Today was another relatively slow day numbers-wise with 61 trout in 5.5 hours, but the size of the fish more than made up for it. I hope to get out to hawg destination #2 in the next few days.
 

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Nice fish!!!
 

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Great day streams side


I could be wrong but those browns look like they have tiger trout markings. A friend of mine has a private trout hatchery and raises some tiger trout. I seen different variations of them some favoring brook trout markings and some favoring the brown trout markings more similar to these browns.

Since I only fished in the sw area twice, maybe your stocked browns just happen to have this marking patterns in their genes.

Thanks for sharing!
 

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TDM catches browns with those markings 'all day Long' haha. There must be a coop in that area that specializes in the wormy brown.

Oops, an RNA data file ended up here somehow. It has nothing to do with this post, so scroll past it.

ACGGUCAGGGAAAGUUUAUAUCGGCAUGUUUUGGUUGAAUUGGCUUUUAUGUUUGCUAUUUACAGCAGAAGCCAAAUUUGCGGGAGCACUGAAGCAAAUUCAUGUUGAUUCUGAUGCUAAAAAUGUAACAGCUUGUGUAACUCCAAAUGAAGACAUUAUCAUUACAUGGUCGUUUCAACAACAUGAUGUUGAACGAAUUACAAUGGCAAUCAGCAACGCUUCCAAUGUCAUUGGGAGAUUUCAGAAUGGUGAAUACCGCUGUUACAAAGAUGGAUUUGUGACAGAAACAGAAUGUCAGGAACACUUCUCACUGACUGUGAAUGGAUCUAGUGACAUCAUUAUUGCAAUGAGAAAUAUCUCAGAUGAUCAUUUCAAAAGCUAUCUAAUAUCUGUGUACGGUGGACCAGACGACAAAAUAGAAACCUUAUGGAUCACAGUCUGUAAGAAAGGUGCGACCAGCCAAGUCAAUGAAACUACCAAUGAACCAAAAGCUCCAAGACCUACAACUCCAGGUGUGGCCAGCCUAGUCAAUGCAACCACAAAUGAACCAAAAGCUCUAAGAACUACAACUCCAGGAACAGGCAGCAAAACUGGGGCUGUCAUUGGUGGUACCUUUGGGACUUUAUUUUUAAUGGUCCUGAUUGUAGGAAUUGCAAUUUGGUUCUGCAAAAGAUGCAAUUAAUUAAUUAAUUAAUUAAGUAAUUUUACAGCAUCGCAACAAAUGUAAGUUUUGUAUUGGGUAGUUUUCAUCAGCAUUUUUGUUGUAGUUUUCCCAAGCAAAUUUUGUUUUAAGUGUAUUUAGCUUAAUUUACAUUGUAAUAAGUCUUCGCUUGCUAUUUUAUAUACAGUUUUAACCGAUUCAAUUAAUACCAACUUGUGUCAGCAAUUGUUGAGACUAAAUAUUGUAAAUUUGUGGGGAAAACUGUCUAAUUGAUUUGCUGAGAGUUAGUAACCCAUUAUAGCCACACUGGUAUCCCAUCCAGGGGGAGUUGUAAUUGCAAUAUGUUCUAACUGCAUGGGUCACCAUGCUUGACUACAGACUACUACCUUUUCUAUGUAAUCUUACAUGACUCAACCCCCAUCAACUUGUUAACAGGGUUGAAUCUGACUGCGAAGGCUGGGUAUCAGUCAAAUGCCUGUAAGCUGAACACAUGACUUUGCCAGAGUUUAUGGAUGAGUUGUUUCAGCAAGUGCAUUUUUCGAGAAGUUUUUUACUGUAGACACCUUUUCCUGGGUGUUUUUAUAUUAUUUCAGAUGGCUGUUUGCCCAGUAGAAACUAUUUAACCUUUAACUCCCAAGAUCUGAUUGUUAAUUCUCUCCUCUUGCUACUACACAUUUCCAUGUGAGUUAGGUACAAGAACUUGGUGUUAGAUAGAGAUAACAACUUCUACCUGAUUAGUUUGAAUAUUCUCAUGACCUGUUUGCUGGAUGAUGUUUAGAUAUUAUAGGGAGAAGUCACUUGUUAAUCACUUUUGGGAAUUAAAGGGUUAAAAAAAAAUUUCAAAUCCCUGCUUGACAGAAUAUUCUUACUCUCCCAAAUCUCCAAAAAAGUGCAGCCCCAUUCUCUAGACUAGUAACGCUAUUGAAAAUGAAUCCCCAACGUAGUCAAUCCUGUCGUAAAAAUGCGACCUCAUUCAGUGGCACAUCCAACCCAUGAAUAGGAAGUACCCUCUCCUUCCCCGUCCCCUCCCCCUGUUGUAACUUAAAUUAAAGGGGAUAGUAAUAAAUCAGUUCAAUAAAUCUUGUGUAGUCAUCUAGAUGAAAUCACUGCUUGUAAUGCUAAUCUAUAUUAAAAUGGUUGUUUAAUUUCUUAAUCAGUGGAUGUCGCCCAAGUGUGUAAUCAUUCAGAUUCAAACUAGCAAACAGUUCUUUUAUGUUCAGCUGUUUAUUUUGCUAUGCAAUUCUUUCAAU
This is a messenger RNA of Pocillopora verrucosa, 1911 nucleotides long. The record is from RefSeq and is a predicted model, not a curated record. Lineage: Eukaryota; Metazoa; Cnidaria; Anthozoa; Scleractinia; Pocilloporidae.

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Wow....that's awesome!!! Congrats!!!!


Those browns are certainly different looking! Very cool!

Do you think (or know) they are wild stream bred fish? Or are they stockers? Obviously the stream is stocked with one wolf fish mixed in...

That big brown and the big rainbow are just plain huge!!
 

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Discussion Starter · #12 ·
All of the browns pictured are stocked. There are wild browns in that stream but they are not very common in the section that I fished.